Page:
A Bench of Justices DY Chandrachud, Surya Kant and Vikram Nath noted that in such cases, claims for restitution under Section 65 of the Indian Contract Act will fail, even though the illegality has to be determined on case-to-case basis.
The Court, therefore, rejected the plea by Loop Telecom seeking refund of entry fees it had paid for 2G license, before the top court had in 2011 quashed the award of licenses in its notable judgment in Centre for public Interest Litigation (CPIL) v Union of India (CPIL judgment).
Section 65 of the Act says that “when an agreement is discovered to be void, or when a contract becomes void, any person who has received any advantage under such agreement or contract is bound to restore it, or to make compensation for it, to the person from whom he received it.”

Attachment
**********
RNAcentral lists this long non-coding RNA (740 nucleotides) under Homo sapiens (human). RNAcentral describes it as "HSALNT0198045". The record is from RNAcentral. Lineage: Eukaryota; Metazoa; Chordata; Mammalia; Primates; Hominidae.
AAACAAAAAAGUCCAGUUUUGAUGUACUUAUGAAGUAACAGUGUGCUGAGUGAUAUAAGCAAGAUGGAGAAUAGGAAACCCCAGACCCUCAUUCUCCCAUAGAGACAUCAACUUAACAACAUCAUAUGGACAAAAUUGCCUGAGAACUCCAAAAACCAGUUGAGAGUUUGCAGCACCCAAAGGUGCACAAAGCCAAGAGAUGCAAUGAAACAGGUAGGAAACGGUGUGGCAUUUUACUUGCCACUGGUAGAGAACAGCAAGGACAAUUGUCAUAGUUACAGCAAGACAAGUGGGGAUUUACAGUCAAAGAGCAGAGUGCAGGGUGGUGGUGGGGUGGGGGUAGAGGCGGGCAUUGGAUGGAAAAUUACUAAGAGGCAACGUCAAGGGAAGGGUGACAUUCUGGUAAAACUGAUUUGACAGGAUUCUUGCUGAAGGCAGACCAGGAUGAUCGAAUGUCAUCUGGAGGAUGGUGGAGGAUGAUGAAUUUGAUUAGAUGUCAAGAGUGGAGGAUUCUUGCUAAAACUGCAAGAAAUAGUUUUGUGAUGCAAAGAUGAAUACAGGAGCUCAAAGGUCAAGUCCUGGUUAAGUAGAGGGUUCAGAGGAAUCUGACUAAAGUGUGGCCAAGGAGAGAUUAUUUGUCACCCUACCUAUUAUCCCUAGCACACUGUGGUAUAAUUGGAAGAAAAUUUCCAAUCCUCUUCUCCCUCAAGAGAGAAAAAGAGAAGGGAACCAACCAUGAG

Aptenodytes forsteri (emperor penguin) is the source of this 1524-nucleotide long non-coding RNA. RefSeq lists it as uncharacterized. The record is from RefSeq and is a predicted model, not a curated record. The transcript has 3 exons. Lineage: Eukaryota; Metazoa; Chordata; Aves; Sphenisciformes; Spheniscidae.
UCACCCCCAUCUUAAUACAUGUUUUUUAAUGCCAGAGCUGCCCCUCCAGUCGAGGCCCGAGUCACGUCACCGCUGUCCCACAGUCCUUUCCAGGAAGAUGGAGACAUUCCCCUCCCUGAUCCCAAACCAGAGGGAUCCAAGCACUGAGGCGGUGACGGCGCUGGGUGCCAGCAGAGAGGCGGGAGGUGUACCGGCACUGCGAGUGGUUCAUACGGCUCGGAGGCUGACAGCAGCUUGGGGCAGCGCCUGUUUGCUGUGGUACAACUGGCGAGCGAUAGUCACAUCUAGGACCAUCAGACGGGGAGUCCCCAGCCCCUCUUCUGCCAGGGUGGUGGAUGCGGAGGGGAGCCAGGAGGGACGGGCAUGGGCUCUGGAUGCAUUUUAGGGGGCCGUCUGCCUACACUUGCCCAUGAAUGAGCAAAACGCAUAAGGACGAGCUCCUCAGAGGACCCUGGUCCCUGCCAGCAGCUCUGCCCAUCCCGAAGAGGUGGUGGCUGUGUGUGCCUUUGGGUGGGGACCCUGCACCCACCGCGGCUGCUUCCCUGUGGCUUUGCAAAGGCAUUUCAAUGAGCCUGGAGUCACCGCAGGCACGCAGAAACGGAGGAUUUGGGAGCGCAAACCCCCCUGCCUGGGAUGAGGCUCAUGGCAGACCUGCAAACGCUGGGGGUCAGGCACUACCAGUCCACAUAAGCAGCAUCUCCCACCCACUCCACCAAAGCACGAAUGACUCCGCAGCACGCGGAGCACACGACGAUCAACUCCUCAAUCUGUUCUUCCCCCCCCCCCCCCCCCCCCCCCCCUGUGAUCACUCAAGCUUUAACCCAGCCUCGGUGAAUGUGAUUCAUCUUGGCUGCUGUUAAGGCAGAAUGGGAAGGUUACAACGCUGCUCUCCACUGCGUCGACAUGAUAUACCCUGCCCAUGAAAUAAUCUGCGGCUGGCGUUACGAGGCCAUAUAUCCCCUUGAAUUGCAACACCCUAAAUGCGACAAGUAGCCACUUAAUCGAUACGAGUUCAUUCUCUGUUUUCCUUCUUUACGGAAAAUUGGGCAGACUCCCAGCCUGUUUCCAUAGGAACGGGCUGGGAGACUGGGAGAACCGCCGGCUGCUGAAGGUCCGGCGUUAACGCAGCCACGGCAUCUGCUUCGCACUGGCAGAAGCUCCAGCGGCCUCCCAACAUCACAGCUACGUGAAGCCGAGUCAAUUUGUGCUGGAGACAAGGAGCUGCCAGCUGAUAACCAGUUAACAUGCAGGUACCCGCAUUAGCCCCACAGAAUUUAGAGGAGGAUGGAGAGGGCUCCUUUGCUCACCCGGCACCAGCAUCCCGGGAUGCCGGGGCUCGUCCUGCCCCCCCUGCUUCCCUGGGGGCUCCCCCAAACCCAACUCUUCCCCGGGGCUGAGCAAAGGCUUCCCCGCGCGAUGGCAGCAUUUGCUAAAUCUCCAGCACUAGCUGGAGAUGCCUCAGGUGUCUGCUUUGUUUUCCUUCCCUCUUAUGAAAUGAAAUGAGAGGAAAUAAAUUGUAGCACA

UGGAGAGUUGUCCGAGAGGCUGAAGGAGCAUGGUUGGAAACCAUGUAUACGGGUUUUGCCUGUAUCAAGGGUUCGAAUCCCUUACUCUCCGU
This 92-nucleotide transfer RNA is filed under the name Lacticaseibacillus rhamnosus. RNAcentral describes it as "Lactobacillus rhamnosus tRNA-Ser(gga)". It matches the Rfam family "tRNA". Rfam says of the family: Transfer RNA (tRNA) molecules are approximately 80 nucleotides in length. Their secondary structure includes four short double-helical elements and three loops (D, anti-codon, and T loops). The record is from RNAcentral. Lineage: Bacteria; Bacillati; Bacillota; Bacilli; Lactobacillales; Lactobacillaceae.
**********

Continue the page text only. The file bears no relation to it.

The Supreme Court held that unless the party claiming restitution was party to the illegal act involuntarily, they would be held in pari delicto or in equal fault.
“In determining a claim of restitution, the claiming party’s legal footing in relation to the illegal act (and in comparison to the defendant) must be understood. Unless the party claiming restitution participated in the illegal act involuntarily or the rule of law offers them protection against the defendant, they would be held to be in pari delicto and therefore, their claim for restitution will fail,” the judgement stated.